Cargo ships are canceling sailings on key routes as inflation pushes shoppers to stop buying imported goods
- Cargo companies are canceling some sailings amid low demand for imported products.
- The cost of shipping a container from Shanghai to Los Angeles has fallen 73% over the past year, data shows.
- Consumer spending is changing and retailers are instead focusing on getting through their inventories.
Cargo ships are canceling sailings on key routes including from Asia to the US as inflation suppresses demand for imported products, according to a new report by The Wall Street Journal.
In the first two weeks of October, around 60 cargo-ship sailings from Asia to the US have been canceled, compared to an average of between four and eight a week most of the time, The Journal reported.
Shipping company MSC announced last week that it was temporarily suspending one of its services and instead merging it with another route “due to significantly reduced demand for shipments into the US West Coast during the past weeks.” The Journal reported that the suspended route has the capacity to carry almost 12,000 containers a week.
This comes in stark contrast to the shipping chaos that started last summer and continued into early 2022, when ports were congested as high demand for goods coincided with labor shortages at ports and across the shipping industry.
Meanwhile, the costs of shipping a 40-foot container from Shanghai, the world’s largest port, to Los Angeles and to New York have fallen 73% and 54% respectively over the past year, data from Drewry shows.
Rates have steadily been declining over the course of 2022, though they still remain elevated compared to before the pandemic.
“The global economy has thrown a few curveballs this year, and our outlook on future demand is uncertain and tepid,” Jonathan Roach, a container analyst at shipbroker Braemar, told The Journal. “Overcapacity will likely become an issue from the middle of 2023 through to 2024 and potentially beyond.”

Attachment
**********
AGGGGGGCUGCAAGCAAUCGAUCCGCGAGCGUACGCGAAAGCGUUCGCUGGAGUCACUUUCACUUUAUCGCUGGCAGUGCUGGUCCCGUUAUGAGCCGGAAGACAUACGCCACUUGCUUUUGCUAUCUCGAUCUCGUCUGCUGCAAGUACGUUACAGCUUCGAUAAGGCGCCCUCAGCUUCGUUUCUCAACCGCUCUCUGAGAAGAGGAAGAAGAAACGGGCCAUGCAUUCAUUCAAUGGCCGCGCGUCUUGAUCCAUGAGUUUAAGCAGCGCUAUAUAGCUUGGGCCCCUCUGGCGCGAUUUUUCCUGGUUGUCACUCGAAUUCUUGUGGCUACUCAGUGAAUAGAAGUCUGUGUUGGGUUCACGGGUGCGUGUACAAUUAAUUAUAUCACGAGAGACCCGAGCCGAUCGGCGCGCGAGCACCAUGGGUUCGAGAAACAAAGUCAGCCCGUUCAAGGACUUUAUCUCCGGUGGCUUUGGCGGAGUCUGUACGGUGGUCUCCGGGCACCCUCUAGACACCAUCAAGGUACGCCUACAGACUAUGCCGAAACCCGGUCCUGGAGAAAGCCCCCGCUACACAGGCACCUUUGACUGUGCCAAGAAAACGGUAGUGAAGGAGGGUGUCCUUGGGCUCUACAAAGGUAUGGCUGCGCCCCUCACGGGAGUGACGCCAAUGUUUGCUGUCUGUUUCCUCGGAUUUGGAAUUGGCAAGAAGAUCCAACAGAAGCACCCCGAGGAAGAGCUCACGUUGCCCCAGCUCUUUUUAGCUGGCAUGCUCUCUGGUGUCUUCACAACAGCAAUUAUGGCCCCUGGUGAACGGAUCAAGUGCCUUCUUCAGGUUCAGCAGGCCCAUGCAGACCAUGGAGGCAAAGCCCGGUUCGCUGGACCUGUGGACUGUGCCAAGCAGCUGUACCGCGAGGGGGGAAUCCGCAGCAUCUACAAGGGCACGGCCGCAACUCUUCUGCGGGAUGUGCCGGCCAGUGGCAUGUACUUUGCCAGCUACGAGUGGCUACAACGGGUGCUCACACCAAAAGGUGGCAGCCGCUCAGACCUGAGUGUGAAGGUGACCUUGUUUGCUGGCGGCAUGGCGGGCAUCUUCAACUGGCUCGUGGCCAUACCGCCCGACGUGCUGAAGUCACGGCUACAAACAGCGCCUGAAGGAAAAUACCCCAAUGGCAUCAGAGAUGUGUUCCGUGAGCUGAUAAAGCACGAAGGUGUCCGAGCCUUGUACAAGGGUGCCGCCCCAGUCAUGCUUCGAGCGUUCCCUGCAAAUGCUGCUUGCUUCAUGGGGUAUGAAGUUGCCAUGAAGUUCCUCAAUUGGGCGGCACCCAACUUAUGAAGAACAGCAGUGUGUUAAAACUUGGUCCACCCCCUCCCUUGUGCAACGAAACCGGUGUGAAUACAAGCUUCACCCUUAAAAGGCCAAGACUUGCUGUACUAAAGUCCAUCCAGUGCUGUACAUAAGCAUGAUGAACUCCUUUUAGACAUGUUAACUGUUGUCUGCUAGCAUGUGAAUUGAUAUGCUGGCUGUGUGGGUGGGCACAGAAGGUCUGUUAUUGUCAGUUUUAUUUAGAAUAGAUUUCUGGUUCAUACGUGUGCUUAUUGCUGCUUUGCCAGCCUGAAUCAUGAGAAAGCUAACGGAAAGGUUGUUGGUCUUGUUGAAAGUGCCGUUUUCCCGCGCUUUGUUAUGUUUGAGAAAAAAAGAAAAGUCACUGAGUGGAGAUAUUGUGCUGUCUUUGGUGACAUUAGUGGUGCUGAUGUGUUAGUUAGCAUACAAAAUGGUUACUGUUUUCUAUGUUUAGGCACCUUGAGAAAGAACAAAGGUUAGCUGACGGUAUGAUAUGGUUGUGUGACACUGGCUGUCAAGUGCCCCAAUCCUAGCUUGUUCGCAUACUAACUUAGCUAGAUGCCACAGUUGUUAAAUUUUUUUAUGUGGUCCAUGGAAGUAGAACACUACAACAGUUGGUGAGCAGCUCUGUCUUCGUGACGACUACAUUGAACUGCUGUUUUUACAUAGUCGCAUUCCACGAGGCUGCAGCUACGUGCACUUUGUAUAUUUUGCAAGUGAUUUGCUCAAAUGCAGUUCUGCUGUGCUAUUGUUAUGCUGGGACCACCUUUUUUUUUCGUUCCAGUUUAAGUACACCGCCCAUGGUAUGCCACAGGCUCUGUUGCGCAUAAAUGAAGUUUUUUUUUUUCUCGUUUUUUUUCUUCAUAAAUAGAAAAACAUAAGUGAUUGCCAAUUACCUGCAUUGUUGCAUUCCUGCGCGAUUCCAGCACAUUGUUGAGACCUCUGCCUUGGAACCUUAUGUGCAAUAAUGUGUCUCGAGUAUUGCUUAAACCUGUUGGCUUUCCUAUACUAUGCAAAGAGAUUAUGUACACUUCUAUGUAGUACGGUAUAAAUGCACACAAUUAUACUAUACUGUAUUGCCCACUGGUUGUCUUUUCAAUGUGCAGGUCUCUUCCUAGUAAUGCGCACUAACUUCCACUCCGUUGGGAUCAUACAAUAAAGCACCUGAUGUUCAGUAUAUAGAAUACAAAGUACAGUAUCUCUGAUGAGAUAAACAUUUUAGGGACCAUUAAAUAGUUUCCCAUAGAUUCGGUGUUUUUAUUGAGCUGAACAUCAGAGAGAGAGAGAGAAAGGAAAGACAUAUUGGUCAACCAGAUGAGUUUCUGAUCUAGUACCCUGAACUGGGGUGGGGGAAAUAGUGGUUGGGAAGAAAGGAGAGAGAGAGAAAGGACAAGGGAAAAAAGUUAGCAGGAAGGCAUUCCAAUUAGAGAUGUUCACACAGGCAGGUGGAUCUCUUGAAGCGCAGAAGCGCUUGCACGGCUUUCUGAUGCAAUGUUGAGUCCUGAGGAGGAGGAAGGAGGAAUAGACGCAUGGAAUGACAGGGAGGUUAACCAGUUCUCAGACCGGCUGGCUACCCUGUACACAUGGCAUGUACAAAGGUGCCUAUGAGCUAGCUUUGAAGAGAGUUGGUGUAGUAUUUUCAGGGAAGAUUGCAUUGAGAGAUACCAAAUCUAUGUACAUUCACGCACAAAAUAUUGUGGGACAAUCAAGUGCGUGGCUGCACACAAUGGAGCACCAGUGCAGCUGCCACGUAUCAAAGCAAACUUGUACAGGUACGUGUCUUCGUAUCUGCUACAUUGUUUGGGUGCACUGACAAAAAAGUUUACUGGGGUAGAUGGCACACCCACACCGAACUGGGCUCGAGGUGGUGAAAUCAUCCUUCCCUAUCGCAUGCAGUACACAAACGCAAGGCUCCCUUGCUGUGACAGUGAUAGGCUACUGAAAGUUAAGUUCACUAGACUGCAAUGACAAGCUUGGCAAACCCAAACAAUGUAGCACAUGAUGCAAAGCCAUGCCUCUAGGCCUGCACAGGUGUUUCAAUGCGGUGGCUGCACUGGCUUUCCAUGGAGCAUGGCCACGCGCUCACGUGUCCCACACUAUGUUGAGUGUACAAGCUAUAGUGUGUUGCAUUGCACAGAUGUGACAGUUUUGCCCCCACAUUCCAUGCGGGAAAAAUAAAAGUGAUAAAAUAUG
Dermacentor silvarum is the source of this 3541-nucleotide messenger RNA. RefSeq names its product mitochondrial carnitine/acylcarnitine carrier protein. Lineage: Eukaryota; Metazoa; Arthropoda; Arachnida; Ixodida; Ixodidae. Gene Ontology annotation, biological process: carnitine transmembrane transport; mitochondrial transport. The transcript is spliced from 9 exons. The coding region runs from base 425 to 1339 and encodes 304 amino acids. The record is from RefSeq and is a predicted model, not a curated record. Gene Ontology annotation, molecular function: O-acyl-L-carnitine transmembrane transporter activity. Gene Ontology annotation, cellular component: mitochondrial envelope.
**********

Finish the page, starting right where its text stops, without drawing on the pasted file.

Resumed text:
The Journal reported that retailers building up inventories for the holiday period means that late summer and early fall are usually the busiest times for large carriers. But the current economic downturn has caused huge changes in spending, reducing demand for many goods. Inflation in the US is at 8.3%, according to the Bureau of Labor Statistics‘ consumer price index.
Meanwhile, some US retailers are struggling to sell excess inventory. Non-auto retail inventories were at just under $550 billion in July, compared to $451.5 billion in the same month in 2021, government data shows.
Macy’s, Target, and Walmart are among the companies who said they were finding it hard to shift items that they ordered in huge quantities during the supply chain chaos and that were in high demand during the pandemic.
Walmart employees told Insider that their stores’ back rooms were filled with pallets and outdoor storage trailers after being “slammed with nonstop freight.”